Dialogue on Monarchy in the Gideon-Abimelech Narrative, Albert Sui Hung Lee applies Bakhtin’s dialogism to interpret the “unfinalized” dialogue on monarchical ideologies in the Gideon–Abimelech narrative. Lee associates a wide scope of Bakhtinian concepts with the dual images of the protagonists and the unique literary features of the dialogical narrative to illustrate the dialogue of genres as well as that of ideological voices, wherein the pro- and anti-monarchical voices constantly interact with each other. Studying archaeological evidence and literary examinations of prophetic books together, Lee explores the narrative redactor’s intention of engaging both remnant and deportee communities in an unfinalized dialogue of different forms of polity for the restoration of their unity and prosperity in exilic and post-exilic contexts.
Albert Sui Hung Lee, PhD, The Chinese University of Hong Kong, is an Assistant Professor of Biblical Studies at Evangel Seminary and Board Member of Tao Fong Shan Christian Centre. Since 2015, he has presented seven papers at SBL Annual Meetings.
Introduction 1.1 Prolegomenon: A Text of Ideological Tensions
1.2 The Purpose of the Present Study
1.3 Outline of the Book
From Ideological Tension to Dialogism 2.1 History of Interpretations concerning the Ideological Attitudes toward Monarchy
2.2 Integration of Scholarly Approaches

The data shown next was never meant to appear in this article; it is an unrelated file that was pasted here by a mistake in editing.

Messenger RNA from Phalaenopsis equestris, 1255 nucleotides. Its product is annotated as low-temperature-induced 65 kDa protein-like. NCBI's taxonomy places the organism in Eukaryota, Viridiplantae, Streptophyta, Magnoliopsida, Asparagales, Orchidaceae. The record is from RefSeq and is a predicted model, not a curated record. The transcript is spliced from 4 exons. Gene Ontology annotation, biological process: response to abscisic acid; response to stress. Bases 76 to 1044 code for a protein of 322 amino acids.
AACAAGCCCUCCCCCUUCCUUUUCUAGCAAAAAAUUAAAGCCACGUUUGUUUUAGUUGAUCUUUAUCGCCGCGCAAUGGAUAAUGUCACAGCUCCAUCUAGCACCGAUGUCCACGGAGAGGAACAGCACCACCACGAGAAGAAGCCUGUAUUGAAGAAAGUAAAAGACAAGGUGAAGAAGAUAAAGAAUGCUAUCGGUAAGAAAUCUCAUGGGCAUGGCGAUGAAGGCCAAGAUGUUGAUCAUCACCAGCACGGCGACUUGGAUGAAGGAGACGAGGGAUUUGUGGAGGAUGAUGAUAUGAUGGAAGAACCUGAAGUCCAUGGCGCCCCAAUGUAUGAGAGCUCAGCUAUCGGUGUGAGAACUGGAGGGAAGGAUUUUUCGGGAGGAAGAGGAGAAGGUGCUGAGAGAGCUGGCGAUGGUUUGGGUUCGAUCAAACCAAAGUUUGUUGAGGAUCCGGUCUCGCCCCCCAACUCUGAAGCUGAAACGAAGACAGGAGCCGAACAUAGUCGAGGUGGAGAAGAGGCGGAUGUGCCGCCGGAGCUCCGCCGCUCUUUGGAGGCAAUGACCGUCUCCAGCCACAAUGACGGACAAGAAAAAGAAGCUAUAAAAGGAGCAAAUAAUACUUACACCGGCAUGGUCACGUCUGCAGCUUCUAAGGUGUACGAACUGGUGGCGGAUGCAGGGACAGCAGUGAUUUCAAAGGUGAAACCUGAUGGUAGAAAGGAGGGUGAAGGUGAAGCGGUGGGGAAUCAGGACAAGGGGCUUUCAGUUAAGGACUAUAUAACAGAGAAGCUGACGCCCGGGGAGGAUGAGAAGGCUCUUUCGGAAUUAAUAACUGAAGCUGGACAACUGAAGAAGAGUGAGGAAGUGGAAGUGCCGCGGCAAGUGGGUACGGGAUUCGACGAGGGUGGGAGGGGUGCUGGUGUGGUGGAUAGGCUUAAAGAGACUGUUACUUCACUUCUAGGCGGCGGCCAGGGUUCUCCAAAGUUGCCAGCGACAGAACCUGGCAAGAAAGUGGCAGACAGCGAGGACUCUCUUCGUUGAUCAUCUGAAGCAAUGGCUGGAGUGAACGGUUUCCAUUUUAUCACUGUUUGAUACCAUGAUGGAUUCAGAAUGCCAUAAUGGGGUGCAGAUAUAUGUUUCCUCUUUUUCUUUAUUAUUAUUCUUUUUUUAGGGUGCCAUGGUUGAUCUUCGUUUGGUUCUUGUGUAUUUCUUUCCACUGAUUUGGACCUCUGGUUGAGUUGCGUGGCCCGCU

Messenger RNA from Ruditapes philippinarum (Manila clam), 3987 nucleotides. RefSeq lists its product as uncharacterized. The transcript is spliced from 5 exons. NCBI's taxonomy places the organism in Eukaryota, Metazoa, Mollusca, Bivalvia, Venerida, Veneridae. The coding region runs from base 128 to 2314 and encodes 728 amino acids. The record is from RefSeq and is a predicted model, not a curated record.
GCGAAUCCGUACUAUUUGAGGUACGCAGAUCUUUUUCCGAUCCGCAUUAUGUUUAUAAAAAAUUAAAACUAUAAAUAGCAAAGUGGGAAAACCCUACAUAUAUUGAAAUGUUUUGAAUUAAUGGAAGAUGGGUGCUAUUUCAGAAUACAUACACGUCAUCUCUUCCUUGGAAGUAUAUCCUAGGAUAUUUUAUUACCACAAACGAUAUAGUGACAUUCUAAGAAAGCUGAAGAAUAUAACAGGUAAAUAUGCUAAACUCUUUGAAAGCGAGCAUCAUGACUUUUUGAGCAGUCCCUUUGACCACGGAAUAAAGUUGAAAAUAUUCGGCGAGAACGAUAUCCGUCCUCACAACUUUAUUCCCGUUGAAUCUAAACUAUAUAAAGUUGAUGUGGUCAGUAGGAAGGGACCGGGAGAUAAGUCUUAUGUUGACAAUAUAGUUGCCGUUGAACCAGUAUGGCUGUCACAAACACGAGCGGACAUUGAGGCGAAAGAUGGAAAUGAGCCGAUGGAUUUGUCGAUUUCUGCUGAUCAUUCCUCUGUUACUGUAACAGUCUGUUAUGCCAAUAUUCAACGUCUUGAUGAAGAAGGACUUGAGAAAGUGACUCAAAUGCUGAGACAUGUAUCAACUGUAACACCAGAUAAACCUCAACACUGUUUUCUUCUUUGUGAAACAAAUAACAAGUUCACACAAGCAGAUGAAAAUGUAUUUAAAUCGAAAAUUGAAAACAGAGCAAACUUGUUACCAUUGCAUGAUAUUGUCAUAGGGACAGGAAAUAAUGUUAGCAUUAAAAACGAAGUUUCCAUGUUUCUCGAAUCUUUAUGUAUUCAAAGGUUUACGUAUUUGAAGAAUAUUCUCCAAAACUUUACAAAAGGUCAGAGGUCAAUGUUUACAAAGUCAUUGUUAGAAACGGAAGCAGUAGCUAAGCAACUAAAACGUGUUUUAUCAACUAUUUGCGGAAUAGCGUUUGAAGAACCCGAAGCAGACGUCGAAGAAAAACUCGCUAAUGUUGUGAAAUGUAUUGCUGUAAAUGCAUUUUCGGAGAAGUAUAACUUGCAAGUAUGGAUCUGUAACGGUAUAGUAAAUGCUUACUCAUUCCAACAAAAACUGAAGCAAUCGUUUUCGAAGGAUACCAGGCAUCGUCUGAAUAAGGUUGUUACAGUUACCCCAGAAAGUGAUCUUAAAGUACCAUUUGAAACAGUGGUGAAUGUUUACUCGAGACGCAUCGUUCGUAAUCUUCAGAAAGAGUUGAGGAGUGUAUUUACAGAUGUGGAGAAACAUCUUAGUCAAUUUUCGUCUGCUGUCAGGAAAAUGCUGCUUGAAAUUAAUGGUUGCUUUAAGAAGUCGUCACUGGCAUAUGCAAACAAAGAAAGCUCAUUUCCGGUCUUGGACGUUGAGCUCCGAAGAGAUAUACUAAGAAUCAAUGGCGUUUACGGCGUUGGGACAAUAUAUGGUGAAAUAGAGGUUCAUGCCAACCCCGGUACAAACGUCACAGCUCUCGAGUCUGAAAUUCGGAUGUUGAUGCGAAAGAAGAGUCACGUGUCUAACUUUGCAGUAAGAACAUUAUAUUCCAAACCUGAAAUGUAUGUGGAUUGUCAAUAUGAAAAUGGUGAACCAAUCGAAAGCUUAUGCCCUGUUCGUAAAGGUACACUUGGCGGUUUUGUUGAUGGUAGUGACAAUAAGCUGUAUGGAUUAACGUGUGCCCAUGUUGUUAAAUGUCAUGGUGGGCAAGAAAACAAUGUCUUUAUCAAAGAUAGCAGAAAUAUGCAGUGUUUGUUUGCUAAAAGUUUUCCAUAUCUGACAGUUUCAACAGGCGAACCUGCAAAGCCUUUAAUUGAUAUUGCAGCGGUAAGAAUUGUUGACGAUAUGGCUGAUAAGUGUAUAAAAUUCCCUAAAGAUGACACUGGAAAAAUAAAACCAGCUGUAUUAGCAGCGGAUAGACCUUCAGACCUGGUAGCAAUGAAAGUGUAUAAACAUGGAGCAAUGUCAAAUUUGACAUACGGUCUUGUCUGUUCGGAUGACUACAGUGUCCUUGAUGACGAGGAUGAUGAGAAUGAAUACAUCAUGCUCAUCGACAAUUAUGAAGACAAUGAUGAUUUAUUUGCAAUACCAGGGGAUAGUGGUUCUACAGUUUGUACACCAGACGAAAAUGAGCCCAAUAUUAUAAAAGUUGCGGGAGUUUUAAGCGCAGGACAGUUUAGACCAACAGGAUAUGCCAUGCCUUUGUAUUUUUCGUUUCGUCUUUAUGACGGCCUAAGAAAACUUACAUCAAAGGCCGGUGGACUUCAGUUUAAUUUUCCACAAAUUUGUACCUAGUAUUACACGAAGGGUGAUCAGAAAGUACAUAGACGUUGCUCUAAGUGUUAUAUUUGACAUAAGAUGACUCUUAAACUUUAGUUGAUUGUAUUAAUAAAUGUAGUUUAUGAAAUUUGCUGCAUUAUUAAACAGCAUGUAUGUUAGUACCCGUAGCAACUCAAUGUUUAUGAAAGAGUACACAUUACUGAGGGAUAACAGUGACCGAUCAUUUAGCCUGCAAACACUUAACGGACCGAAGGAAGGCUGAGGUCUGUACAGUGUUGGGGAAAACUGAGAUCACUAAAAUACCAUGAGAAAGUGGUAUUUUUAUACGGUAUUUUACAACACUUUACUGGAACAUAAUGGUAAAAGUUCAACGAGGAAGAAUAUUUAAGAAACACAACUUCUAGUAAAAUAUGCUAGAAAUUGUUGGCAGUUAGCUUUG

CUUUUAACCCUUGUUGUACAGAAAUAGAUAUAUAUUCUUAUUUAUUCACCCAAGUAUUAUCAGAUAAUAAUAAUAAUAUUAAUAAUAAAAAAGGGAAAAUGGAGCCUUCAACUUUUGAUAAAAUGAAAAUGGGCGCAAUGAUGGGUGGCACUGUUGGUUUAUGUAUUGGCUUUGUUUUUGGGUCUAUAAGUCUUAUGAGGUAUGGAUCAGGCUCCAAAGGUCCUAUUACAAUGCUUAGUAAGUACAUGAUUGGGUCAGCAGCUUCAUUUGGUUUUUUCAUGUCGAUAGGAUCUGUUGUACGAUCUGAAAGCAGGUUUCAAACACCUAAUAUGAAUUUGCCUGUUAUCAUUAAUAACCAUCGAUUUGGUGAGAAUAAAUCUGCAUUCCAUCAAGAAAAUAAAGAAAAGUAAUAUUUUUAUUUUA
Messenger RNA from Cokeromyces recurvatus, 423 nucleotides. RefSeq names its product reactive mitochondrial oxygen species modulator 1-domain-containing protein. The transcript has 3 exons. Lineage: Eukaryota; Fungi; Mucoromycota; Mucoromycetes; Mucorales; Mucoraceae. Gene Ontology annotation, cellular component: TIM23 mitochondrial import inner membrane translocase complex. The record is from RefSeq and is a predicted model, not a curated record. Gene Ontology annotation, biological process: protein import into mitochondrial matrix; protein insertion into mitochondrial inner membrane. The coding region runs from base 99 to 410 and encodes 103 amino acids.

2.3 Mikhail Bakhtin’s Dialogism
2.4 An Approach Derived from the Unfinalized Dialogue of Scholarship
Ideological Dialogue in the Gideon Narrative 3.1 Literary Style of Pairs: Twoness versus Oneness
3.2 Coauthoring of Gideon’s Double Images
3.3 The Monarchical Portrait of Gideon
3.4 Dialogical Ideologies on Monarchy in the Gideon Narrative
Ideological Dialogue in the Gideon Narrative 4.1 Literary Pairs of Twoness
4.2 Coauthoring of Abimelech’s Double Images
4.3 Dialogue between Genres
4.4 Dialogical Ideologies on Monarchy in the Abimelech Narrative
A Possible Historical Context of the Dialogue in the Gideon–Abimelech Narrative 5.1 Dating of the Gideon–Abimelech Narrative
5.2 The Two Communities in the Exilic Period and the Early Persian Period
5.3 The Ideological Dialogue from the Exile to the Early Persian Rule
Conclusion 6.1 The Summaries of the Preceding Chapters
6.2 The Possible Impacts of the Historical Context on the Final Redactor
6.3 Insights and Opportunities Derived from This Study
All interested in ideological interpretations of biblical narratives and the application of Bakhtin’s theories and those concerned with the political ideologies of Jewish communities in the exilic and post-exilic periods.